I went to a Donald Trump rally last week and it was everything I expected it to be. It had a very large and energetic crowd, “Make America Great Again” Hats, and a surprisingly engaging and entertaining speaker. The one thing it was missing, which I also expected, was substance. That, however, got me thinking. The lack of substance in his speech wasn’t a Donald Trump problem. It was a presidential campaign problem in general. The only information that has gotten through the filter of the media during this election cycle has been generic rhetoric and mudslinging, which has alarmingly become enough for the vast majority to cast their vote.
Each campaign can be summed up by one sentence. That statement happens to be the aforementioned, “Make America Great Again”, on the Trump side. On the Hillary side, simply reminding voters that “I am not Donald Trump.” seems to be enough. Those two statements happen to be the qualifying factors this year to either attract or repel voters. Never mind the details of either candidate’s policy. Never mind their policies in general. This election has become a political version of Keeping Up With The Kardashians and we are eating it up.
If you want to find out the plan each candidate has for our country, you have to do the legwork, which fewer and fewer people are willing to do. The news can no longer be trusted to provide the facts of the matter without a significant amount spin in either direction (which is a whole other topic within itself). The facts end up on the cutting room floor and the clips we get are the most inflammatory statements of the day. Our opinions on which lever to pull are based on those soundbytes, which can easily have been taken out of context.
They have led to a strong divide, which you can experience first-hand on social media. The likes, shares, and hashtags can be a drain on your intelligence or they can be very telling if you know where to look. Take, for example, two trending hashtags that have become a mantra of either side; #NeverTrump and #NeverHillary. Those are not mere indications of who the user is voting for, but a statement saying that no matter what the candidates say or do, their vote will not change. Trump’s comment during the primaries, “I could stand in the middle of 5th Avenue and shoot somebody and I wouldn’t lose voters.” is laughable at its surface, but not that far from reality when you have a base that is unwilling to change their minds for any reason. The same mindset would have surely been on display with tweets of #neverround or #NeverMagellan, had Twitter been around in the 1500’s when the flat Earth theory was being challenged.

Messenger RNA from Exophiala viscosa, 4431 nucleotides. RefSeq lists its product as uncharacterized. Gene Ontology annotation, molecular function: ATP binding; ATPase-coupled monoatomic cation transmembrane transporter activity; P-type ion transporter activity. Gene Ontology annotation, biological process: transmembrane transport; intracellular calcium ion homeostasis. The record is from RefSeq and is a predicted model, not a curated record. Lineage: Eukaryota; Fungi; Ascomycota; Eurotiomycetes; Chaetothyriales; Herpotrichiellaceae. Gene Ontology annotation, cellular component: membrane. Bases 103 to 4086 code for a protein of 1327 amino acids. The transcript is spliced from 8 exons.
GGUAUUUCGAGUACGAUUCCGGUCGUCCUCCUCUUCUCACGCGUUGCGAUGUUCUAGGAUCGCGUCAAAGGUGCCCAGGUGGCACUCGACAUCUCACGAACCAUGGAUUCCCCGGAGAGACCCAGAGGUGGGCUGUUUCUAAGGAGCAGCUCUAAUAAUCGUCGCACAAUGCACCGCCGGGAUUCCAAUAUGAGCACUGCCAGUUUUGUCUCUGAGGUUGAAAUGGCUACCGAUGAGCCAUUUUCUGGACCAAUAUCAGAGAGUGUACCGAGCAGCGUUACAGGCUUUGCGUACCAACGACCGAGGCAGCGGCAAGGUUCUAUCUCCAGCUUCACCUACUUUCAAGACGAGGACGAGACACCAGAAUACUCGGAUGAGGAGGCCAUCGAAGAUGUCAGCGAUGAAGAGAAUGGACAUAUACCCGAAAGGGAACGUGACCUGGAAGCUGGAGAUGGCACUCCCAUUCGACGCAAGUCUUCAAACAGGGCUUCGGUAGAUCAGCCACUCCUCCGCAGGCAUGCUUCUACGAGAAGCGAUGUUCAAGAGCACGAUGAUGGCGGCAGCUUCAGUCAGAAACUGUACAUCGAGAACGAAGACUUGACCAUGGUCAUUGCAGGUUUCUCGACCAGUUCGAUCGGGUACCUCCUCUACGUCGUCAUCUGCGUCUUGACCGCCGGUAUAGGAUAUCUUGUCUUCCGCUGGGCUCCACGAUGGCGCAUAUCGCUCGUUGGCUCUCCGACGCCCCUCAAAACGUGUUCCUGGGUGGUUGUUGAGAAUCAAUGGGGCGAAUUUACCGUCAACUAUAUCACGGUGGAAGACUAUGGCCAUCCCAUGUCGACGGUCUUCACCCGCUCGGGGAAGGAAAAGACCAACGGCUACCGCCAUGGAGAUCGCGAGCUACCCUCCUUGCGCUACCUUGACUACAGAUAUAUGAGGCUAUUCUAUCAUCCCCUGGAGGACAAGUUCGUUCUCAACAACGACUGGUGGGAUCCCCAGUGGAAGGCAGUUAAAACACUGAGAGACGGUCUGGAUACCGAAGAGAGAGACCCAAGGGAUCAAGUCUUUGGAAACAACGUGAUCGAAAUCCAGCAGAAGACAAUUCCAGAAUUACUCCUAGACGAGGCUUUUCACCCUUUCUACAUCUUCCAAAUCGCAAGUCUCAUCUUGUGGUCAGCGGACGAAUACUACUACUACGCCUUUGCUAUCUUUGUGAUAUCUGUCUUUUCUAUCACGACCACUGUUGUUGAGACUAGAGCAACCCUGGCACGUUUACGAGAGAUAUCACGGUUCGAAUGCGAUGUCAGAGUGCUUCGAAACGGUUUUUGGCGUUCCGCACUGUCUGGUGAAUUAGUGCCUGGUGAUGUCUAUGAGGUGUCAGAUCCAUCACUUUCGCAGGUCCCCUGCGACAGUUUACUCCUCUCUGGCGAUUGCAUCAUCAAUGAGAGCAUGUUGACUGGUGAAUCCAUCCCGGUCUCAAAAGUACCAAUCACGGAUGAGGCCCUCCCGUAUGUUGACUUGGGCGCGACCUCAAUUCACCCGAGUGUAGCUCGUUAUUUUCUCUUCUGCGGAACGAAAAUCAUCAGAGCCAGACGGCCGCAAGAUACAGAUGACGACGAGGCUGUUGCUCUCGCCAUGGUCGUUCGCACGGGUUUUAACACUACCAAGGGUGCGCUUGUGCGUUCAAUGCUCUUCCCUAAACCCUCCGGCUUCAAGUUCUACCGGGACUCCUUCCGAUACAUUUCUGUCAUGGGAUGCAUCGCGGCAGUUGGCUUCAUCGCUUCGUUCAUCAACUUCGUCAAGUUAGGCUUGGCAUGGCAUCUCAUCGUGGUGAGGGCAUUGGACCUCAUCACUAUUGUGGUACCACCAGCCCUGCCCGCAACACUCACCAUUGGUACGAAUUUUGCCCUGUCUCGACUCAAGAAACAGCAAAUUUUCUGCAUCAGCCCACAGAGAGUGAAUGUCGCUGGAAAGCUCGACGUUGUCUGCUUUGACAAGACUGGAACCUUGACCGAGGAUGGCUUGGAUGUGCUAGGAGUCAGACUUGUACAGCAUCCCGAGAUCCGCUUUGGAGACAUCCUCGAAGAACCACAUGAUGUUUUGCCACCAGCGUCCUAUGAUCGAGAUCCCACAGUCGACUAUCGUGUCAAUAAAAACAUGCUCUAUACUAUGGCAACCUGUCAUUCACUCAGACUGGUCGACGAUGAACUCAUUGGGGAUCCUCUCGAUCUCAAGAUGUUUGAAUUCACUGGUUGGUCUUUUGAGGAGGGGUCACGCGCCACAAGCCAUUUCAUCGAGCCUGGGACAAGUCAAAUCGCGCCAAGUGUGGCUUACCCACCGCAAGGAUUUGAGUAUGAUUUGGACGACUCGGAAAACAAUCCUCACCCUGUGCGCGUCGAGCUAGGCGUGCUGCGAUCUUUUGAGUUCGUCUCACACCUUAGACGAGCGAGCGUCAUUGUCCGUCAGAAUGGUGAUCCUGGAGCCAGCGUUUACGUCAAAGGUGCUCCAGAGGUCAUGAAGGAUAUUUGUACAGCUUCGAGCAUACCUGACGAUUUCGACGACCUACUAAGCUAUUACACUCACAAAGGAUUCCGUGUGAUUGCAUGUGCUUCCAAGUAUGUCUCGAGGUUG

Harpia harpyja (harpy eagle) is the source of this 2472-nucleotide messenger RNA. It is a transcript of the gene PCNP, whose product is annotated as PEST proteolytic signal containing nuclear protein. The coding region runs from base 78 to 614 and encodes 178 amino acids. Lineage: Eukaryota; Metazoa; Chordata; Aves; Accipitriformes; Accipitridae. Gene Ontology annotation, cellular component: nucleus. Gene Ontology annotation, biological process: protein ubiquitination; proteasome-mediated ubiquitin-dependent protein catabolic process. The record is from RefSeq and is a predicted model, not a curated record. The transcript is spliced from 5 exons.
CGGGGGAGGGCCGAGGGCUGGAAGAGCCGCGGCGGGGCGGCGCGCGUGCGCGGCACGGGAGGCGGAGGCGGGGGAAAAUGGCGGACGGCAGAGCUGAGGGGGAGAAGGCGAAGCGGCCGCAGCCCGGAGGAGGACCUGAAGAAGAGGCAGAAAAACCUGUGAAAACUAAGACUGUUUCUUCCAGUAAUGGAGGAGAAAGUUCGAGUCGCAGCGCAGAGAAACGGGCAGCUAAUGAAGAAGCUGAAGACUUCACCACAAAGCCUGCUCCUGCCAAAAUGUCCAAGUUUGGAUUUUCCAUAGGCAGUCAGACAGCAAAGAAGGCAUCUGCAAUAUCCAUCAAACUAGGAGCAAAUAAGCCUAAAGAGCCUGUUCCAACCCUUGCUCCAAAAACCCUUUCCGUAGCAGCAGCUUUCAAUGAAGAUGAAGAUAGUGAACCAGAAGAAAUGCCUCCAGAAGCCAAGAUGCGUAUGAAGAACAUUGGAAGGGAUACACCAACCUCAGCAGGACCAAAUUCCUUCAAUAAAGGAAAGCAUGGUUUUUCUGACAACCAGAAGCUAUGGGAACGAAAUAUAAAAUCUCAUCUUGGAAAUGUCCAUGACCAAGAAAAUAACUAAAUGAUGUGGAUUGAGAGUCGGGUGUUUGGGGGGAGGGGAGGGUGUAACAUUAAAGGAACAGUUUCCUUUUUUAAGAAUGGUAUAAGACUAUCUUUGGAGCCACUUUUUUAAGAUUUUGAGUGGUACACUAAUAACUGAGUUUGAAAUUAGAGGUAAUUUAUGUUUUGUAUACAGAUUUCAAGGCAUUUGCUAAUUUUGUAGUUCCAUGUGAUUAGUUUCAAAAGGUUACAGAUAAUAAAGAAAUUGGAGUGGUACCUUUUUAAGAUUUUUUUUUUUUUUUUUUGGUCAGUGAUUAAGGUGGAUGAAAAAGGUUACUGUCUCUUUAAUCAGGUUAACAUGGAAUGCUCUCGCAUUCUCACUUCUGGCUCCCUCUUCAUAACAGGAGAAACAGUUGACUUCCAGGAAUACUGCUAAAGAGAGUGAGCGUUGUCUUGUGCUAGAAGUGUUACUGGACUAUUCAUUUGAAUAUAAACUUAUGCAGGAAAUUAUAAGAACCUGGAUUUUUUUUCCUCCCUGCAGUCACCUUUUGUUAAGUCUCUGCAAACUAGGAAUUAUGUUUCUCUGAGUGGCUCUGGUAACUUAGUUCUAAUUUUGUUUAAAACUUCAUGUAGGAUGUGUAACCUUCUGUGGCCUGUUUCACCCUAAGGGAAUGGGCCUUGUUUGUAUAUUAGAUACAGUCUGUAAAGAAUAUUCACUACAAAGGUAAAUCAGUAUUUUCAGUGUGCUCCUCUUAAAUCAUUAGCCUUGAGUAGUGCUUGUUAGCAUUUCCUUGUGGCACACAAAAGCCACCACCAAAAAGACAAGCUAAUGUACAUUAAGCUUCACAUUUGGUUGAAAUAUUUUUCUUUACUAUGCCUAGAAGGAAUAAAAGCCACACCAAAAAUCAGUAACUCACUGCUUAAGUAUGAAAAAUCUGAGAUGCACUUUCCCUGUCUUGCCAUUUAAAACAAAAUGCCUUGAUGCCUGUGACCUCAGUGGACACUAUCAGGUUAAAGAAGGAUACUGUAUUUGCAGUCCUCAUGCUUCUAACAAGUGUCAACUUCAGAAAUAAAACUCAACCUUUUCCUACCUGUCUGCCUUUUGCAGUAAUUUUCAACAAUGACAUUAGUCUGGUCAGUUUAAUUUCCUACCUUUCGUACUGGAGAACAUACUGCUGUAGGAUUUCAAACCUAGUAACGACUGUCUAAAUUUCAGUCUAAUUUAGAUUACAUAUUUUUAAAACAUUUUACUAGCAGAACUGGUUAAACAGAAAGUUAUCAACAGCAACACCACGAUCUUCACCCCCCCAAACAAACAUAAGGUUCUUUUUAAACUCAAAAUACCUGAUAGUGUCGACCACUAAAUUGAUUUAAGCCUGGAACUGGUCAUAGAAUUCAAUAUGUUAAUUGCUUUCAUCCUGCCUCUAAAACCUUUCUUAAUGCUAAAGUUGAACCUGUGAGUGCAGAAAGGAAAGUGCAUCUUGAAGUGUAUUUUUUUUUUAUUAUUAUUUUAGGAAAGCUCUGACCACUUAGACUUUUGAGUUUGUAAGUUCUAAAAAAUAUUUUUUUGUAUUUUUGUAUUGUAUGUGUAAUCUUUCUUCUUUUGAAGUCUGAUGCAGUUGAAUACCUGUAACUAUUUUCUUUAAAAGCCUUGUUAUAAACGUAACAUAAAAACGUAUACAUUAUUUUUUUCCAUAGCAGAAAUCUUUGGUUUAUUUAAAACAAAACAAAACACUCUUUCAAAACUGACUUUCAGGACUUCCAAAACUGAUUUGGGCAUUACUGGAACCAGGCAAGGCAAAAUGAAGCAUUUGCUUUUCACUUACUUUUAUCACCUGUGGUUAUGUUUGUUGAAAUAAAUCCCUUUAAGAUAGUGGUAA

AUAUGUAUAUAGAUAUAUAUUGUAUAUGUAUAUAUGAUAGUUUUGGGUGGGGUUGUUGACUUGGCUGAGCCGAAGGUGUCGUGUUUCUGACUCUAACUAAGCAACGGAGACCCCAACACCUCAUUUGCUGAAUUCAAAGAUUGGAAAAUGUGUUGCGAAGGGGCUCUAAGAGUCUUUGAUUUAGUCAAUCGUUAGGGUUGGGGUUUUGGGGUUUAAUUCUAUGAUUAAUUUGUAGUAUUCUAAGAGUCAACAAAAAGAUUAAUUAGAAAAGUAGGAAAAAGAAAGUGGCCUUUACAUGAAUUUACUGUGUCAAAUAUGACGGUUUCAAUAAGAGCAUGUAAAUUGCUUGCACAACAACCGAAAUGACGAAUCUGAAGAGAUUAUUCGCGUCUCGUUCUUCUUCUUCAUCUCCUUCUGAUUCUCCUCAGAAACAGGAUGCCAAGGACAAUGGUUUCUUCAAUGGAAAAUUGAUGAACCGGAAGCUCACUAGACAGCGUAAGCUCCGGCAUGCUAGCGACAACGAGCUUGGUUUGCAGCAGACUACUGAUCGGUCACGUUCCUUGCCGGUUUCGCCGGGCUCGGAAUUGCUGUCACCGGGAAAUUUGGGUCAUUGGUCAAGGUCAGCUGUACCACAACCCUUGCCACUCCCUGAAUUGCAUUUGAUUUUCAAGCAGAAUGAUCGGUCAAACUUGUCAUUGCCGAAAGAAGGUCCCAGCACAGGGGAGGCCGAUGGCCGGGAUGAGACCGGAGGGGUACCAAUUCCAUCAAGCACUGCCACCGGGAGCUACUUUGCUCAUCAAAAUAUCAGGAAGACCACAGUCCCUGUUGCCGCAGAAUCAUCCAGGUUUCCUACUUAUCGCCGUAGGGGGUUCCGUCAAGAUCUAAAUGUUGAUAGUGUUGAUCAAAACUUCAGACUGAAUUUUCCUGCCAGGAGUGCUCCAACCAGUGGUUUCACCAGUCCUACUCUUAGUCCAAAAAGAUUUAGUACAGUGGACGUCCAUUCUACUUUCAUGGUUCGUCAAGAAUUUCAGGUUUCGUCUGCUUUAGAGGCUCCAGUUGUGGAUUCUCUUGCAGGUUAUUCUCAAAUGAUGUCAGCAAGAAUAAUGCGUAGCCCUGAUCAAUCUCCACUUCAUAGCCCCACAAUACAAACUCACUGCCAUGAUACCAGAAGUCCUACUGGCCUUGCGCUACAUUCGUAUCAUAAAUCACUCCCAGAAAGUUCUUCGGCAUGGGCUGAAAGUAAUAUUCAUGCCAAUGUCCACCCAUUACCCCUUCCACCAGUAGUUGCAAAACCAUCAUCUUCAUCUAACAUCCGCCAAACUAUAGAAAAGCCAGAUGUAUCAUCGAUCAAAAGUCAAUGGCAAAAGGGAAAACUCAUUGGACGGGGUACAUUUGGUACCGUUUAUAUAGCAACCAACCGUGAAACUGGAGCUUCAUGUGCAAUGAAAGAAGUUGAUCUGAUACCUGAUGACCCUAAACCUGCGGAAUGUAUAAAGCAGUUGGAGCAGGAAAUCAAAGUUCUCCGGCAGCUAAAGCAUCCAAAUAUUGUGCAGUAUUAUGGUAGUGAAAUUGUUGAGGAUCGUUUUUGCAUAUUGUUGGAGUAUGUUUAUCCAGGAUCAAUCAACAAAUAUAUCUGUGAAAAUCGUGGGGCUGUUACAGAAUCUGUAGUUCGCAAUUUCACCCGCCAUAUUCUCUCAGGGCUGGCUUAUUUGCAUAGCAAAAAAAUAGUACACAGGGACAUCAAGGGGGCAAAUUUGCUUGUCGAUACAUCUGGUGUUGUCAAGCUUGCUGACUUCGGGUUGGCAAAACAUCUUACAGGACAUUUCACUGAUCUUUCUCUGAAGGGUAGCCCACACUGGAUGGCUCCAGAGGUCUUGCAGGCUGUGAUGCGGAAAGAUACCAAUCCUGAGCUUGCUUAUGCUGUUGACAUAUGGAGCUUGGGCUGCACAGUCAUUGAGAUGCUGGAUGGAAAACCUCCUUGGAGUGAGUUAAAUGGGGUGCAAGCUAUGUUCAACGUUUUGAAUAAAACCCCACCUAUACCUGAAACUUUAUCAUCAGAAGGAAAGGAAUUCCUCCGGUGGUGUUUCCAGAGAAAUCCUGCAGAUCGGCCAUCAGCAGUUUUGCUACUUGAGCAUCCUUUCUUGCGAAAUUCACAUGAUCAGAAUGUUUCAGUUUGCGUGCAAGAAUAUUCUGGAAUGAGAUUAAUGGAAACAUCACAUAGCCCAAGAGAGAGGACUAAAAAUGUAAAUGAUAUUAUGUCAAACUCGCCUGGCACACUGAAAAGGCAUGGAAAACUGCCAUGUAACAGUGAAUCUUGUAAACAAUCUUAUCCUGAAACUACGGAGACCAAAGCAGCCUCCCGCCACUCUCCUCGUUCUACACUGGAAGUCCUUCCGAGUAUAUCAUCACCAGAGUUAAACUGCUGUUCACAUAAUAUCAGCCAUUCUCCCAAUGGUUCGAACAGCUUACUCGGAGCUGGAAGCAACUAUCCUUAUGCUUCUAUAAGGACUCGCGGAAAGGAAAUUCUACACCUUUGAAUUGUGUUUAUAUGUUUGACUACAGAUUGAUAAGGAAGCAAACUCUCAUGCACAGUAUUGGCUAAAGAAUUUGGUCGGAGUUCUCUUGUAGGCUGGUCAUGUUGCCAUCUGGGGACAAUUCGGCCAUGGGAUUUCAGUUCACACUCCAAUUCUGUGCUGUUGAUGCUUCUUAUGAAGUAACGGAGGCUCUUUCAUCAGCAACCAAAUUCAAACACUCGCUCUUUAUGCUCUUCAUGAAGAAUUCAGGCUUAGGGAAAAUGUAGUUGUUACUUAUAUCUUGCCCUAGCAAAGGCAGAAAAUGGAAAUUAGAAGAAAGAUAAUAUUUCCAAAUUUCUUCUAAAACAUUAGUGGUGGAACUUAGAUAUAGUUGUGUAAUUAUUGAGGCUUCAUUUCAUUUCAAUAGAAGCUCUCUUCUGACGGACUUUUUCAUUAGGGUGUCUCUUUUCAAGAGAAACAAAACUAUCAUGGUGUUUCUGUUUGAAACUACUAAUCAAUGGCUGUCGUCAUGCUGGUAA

Is it crazy to expect the potential leader of our country to lay out their point-by-point plan for our country, debate it, and have us cast our votes accordingly? I don’t think that’s too crazy, but maybe that’s the problem. It’s boring and boring doesn’t sell. Crazy sells. Divisiveness sells. Voters don’t tune in to the news to check in on the latest policy details. They tune in to see who attacked who and how the other candidate responded. If viewers wanted policy details, it would show in the ratings and it doesn’t. “If it bleeds, it leads.” is a phrase thrown around every newsroom in America, for a reason. The most interesting story gets the most coverage, not necessarily the most pressing or the one with the more researched and fact-checked content.
It’s frustrating to sit back and watch what this campaign has degraded into. Unfortunately we have no one to blame but ourselves. We applaud the generic and empty rhetoric of “putting America back to work,” but don’t question how. We like, share, and comment on all the articles about the inflammatory remarks. We are sending a message to the candidates that this is the type of content and substance that we want, yet this year, more than ever, people complain about the state that politics are in. Only four years ago, the candidates stood for something. Whether you agreed with it or not, you knew what either Obama or Romney supported and opposed. This year, not so much. I just hope the ratings bonanza, the spike in social media engagements, and boisterous applause over generic statements hasn’t already sent the message that this is what America now stands for, and set the stage for future elections.
by: Charles Santini